Sounders FC coach Sigi Schmid spent much of his life around Los Angeles, so he knows a thing or two about acting.
However, he seems convinced that no one in Hollywood has much on any soccer player intent on drawing a referee’s whistle.
“In the world of football nowadays, I just think players take a little knock,” Schmid said. “... If the guy rolls over three times, there’s no injury. If he rolls over twice, there might be a little knock. If he rolls over once, he probably has a strain. If he doesn’t move at all, he’s probably really hurt.
“When they roll over, you know they’re not hurt. ... Part of it is gamesmanship, and I’m going to take advantage of anything I can to gain an advantage in the game. But on the same token, from another professional, do you really want to suspend another professional?”
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The suspended player in question is Sounders forward Fredy Montero, who picked up a red card in Seattle’s 1-1 draw at Chicago on Saturday while challenging Gonzalo Segares for a ball in the air. Montero had inside position, spread his arms as his neared the top of his jump, and swung his left arm back. Segares went down like Apollo Creed in “Rocky IV.”
Regardless of how real the contact, there’s no debating the result: Montero was sent off, the Sounders played the final 42 minutes of the match shorthanded, and Seattle will play without Montero on Sunday afternoon when the Los Angeles Galaxy visits Qwest Field.
“Did he get his arm up? Was his elbow near Segares’ head? Yes; there’s no disputing that,” Schmid said. “But did he throw an elbow? I think when you watch it, it becomes pretty obvious that didn’t happen.
“For me the bigger concern right now is, I think sometimes situations occur on the field that players embellish and overdramatize what happens.”
Schmid’s dilemma is that such behavior often is rewarded. And therefore, he is conflicted about telling his own players not to dive or embellish, even though he clearly doesn’t like it.
“I think it’s all over the world,” Schmid said. “You watch soccer anywhere in the world: A guy gets hit in the thigh, and he grabs his knee. A guy gets hit in the ankle, and he grabs his knee. A guy gets hit in the shoulder, and he grabs his face. It’s just wrong.”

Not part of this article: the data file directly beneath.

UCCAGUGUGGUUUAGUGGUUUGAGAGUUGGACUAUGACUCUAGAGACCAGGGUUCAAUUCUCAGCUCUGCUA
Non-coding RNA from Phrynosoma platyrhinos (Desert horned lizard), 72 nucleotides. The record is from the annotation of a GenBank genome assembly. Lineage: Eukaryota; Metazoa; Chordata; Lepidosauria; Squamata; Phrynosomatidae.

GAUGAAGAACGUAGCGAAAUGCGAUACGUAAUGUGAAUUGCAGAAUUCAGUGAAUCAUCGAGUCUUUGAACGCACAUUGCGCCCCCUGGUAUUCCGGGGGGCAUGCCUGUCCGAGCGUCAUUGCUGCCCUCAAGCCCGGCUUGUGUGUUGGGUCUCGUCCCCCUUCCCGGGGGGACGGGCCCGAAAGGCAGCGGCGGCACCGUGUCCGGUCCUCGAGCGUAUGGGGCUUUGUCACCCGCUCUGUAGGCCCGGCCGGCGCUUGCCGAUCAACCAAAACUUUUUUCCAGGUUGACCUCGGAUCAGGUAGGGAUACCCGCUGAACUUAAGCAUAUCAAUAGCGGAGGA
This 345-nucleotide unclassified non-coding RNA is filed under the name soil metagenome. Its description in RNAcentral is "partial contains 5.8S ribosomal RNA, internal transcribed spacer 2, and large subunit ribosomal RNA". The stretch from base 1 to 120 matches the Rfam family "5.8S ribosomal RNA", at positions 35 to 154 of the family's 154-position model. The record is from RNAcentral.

Rare and rarer
A couple of statistical rarities combined Saturday to give the Sounders their tying goal: Tyrone Marshall scored his first MLS goal in two years, and that became Seattle’s first goal off a corner kick.
“Sigi wanted us to be more aggressive in the box and see if we could get more goals off of set plays in general,” Marshall said after completing training Tuesday at Starfire Sports Complex. “Big Nate (Jaqua) challenged as well, and Jhon (Kennedy Hurtado) and I kind of fell in behind them, and the ball kind of slipped through. It was a reactionary play where I kind of stuck my foot out, and it hit the bottom of my boot, and it went in.”
It was Marshall’s 15th goal in 12 MLS seasons. However, he hadn’t finished since 2007, and it was only his second goal since 2005.
He admits the drought had become a frustration.
“Especially being a bigger defender (6-foot-2), and you’re used to getting up on set plays,” Marshall said. “But when you’re a threat, they tend to put their better players on you.
“We have some good players as well, like Nate Jaqua, Hurtado, Brad Evans, so (other teams) definitely got their hands full. It’s one of those things where they didn’t have the right guy on me this time, and I got free.”
The Sounders reserves beat Seattle University, 4-1, at Starfire on Tuesday. Roger Levesque scored the Sounders’ first and final goals, with the others coming from Jarrod Smith and Kevin Forrest. ... Montero played the final 30 minutes. ... Defender Taylor Graham also played, and it appears the only Sounder unavailable Sunday because of a health issue is midfielder Peter Vagenas (knee). ... Seattle will meet the Colorado Rapids at 7 p.m. May 26 at Starfire Sports Stadium, with the winner advancing to the U.S. Open Cup round of 16.
Don Ruiz, 253-597-8808